The U.S. Environmental Protection Agency (EPA) is proposing to protect consumers by requiring companies to report new uses of chemicals known as glymes in consumer products.

The EPA’s proposed action is based in part on concerns that additional uses of these 14 chemicals in consumer products could lead to harmful reproductive and developmental health effects. Glymes are chemicals used in a wide array of applications, including printing ink, paints and coatings, adhesives, household batteries, and motor vehicle brake systems. This proposed action is part of administrator Lisa P. Jackson’s effort to strengthen the agency’s chemical management program and ensure the safety of chemicals.

“This proposed rule would enable the EPA to evaluate the use of these chemicals before Americans are subject to additional exposure to them in numerous consumer products” said Steve Owens, assistant administrator for the EPA’s Office of Chemical Safety and Pollution Prevention, in a prepared statement. “We need to take a closer look at the potential health effects that additional exposure to these chemicals could have.”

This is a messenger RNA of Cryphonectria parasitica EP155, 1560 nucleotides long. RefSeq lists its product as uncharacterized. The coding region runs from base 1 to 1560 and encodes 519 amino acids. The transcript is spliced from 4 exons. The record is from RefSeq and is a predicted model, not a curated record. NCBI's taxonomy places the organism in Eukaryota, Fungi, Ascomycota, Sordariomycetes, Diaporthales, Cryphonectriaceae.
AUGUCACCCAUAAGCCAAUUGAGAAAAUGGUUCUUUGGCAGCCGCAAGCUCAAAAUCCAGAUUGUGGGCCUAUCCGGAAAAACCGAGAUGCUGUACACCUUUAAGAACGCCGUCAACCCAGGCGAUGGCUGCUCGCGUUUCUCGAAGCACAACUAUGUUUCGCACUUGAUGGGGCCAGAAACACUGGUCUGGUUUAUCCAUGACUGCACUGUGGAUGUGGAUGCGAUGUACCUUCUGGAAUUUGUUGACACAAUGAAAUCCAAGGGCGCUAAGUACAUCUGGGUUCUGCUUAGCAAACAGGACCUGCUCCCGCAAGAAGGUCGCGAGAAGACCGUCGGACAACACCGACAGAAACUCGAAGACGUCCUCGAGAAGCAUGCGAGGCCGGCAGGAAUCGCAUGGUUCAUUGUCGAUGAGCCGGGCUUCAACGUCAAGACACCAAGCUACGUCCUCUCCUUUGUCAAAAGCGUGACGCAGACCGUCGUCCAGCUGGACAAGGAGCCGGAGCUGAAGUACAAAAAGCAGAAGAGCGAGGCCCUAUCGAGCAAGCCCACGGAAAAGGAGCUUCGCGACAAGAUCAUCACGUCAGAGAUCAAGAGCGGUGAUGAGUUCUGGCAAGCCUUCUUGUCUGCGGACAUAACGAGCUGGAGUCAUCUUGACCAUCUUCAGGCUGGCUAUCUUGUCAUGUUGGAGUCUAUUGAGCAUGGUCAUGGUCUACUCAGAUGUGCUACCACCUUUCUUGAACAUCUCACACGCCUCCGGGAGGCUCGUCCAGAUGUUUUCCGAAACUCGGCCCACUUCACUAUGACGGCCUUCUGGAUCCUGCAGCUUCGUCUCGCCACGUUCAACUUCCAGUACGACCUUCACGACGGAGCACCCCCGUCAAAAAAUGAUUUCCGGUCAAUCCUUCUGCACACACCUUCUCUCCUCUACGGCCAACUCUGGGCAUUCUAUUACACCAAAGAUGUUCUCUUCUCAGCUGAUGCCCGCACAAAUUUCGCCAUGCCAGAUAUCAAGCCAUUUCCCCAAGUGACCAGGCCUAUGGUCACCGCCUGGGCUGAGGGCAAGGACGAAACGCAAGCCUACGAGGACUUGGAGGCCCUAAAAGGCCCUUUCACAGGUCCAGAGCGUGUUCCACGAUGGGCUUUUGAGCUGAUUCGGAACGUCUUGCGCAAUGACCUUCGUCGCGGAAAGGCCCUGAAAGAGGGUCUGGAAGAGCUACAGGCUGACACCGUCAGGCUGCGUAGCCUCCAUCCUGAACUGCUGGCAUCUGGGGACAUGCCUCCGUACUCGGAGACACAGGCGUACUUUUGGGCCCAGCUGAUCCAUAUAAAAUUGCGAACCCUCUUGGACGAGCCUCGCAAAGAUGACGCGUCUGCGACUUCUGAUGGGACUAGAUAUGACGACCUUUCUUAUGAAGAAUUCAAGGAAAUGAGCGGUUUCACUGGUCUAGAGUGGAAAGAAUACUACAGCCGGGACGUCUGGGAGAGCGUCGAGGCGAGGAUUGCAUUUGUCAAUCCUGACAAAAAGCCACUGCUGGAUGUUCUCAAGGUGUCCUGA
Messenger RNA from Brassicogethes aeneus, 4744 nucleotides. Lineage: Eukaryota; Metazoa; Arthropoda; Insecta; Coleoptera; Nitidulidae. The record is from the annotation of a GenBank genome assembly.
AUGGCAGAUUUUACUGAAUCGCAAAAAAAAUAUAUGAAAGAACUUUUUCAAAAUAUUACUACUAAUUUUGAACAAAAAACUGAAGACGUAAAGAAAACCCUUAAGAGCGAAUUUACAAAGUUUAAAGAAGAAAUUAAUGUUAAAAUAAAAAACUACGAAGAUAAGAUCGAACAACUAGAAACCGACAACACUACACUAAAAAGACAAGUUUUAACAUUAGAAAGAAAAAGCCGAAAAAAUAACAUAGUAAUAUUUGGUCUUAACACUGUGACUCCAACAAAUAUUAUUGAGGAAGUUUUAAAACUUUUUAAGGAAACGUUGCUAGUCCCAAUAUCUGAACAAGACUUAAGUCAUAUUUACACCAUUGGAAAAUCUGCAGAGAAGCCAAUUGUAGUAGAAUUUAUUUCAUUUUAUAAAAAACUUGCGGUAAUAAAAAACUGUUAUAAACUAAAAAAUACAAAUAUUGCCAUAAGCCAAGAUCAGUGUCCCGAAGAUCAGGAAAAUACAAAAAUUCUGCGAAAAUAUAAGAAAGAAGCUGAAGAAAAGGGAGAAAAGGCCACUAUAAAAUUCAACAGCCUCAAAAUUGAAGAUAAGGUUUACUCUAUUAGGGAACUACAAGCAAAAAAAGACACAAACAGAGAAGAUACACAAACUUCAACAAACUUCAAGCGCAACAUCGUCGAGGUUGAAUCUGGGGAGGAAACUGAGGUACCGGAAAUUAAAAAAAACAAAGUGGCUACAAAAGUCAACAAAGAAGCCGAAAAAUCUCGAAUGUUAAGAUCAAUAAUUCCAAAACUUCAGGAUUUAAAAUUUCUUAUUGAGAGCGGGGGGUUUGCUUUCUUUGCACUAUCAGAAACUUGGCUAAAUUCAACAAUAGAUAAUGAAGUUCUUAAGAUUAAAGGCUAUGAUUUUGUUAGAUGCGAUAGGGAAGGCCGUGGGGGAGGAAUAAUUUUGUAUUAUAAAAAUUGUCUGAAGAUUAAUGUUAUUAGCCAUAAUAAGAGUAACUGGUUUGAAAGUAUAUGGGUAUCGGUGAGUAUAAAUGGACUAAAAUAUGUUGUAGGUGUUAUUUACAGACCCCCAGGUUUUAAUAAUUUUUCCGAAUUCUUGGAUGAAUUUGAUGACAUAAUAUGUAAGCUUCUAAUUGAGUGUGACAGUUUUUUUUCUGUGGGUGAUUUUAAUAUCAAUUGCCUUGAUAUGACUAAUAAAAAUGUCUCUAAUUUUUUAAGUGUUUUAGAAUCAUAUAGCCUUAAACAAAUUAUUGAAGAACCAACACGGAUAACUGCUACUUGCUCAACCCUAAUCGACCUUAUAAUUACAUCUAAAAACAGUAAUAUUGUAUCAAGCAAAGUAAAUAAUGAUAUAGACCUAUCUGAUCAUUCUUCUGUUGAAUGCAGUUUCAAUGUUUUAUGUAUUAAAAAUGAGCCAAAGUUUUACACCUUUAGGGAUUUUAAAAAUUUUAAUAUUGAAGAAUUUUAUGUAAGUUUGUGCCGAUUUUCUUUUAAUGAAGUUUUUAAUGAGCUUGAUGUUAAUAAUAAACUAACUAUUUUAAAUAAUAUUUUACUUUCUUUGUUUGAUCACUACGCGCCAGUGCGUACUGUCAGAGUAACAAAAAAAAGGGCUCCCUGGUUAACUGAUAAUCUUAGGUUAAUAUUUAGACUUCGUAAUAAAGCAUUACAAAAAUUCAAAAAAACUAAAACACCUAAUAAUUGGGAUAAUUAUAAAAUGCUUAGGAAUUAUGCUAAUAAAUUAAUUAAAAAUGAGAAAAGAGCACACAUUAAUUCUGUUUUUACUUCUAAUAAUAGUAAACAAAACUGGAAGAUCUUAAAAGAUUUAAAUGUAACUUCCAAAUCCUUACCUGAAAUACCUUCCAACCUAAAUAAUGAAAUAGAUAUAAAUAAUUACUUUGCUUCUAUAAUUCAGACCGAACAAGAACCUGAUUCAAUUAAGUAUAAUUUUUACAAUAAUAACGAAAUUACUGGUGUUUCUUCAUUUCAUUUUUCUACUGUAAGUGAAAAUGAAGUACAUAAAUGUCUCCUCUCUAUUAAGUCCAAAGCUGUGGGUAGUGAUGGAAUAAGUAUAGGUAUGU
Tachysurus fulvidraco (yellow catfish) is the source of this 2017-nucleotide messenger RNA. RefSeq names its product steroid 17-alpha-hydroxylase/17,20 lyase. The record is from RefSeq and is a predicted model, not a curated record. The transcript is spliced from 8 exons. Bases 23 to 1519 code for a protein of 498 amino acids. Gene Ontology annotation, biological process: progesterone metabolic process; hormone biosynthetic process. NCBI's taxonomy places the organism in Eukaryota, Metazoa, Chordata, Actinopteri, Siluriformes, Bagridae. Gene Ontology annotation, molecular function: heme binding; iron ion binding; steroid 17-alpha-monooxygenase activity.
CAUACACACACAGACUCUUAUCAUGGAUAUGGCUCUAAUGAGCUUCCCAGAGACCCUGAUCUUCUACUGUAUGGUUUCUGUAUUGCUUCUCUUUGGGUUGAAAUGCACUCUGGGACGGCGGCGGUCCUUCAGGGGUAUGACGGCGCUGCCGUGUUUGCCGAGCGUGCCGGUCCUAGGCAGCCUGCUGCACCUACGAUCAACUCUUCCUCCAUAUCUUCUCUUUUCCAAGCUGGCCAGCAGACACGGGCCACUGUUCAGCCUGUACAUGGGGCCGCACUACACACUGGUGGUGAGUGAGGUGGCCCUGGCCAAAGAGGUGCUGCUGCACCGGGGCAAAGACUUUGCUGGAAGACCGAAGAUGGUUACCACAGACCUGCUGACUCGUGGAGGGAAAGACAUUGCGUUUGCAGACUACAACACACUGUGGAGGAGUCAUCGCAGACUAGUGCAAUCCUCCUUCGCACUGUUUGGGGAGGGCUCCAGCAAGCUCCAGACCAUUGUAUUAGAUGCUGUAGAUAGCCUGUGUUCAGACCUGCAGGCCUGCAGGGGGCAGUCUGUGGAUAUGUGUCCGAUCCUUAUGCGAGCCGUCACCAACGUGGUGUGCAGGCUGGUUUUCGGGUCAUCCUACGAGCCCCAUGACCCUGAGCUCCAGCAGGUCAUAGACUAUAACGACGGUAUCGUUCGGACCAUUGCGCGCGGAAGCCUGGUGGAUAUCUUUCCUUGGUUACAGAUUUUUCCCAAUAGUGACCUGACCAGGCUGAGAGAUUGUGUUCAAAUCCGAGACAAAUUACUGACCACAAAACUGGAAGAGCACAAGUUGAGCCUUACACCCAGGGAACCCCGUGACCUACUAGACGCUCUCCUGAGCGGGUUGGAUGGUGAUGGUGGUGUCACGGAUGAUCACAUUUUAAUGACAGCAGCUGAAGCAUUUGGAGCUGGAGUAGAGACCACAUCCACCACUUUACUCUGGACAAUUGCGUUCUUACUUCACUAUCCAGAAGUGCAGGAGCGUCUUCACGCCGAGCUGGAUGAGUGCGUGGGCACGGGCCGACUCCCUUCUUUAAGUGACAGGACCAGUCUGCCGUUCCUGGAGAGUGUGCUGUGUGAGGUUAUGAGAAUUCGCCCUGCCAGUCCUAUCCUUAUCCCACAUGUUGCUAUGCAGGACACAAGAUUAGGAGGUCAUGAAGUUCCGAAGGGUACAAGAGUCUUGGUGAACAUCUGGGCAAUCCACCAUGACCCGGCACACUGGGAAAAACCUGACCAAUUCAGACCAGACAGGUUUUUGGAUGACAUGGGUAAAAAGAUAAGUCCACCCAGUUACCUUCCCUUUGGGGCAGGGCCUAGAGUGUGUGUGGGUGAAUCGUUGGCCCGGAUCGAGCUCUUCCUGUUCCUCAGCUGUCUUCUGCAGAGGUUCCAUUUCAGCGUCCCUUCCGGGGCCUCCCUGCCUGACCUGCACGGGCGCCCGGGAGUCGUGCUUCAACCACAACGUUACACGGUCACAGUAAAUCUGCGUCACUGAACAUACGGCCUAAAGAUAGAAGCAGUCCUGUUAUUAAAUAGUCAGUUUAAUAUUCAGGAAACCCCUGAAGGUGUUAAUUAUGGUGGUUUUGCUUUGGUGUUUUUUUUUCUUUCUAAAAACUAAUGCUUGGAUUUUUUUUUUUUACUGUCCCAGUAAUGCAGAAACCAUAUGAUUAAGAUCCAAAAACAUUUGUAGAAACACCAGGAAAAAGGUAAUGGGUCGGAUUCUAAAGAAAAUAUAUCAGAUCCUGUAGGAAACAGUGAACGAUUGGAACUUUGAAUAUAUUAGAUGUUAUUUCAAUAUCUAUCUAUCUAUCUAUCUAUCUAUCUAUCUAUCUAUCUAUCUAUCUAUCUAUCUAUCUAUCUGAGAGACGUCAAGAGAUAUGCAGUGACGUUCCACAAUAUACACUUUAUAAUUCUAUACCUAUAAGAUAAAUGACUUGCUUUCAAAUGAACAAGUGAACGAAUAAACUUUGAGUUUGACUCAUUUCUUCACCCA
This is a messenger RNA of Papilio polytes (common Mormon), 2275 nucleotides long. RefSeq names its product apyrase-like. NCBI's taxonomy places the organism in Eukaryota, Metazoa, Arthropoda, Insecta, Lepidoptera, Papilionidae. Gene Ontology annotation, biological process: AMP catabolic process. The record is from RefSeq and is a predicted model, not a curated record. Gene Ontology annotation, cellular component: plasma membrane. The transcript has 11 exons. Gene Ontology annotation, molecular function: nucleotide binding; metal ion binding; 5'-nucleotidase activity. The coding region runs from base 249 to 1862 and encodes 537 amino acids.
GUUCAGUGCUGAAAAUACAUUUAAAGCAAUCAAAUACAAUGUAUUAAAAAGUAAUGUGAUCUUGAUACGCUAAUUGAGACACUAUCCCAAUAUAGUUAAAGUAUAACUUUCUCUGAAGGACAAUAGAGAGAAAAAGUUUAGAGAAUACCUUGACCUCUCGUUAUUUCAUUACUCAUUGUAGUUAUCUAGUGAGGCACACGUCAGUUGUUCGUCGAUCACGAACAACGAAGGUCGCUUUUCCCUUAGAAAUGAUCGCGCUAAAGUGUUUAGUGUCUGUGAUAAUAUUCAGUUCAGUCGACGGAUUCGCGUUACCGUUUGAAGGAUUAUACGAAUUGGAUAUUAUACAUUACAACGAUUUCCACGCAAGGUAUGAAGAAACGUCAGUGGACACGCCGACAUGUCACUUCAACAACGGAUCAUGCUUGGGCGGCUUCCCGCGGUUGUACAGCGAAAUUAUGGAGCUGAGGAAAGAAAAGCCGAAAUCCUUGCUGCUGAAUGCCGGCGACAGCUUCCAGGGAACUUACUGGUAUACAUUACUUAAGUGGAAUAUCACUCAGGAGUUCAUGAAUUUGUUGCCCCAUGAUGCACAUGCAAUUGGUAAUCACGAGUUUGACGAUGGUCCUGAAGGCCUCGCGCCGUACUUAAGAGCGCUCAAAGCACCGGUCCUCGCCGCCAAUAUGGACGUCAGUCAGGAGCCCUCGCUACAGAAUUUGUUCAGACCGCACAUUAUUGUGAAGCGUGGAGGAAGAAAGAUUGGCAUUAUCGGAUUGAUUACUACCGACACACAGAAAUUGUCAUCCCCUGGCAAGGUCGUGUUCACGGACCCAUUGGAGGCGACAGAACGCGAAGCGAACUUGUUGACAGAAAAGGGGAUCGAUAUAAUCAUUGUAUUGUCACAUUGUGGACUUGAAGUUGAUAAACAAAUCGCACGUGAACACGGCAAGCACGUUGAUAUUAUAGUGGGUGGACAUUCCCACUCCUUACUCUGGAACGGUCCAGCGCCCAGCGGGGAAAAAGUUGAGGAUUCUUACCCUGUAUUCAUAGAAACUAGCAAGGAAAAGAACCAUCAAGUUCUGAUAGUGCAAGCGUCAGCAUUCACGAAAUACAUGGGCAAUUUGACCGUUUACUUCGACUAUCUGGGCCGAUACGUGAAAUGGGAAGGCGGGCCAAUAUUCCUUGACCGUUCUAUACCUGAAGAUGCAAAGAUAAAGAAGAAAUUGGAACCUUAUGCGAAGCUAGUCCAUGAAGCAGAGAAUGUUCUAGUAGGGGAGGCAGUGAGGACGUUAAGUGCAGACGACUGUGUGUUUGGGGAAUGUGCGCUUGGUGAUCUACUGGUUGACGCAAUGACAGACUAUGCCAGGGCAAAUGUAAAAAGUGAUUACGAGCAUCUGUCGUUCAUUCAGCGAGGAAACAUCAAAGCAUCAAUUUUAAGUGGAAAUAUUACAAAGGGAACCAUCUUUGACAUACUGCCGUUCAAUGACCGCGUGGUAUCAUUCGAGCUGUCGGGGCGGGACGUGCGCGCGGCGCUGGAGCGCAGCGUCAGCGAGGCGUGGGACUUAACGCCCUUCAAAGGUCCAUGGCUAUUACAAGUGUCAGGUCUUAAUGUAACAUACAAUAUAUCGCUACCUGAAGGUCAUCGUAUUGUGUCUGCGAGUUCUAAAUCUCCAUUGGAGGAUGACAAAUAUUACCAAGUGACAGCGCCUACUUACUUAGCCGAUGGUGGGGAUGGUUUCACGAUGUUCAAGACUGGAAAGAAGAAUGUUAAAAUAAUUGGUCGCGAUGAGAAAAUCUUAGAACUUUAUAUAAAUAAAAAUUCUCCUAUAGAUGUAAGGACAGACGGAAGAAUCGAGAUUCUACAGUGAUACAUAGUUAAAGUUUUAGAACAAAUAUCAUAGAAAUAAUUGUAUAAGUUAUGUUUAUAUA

The proposed regulatory procedure is known as a significant new use rule (SNUR) under the Toxic Substances Control Act. The SNUR would ensure that, prior to the manufacture, import, or processing of these chemicals for a significant new use, the EPA will have 90 days to evaluate potential risks, and prohibit or limit the activity if warranted.

To review the proposal and supporting information, refer to docket number EPA–HQ–OPPT–2009–0767 on the Federal eRulemaking Portal at www.regulations.gov.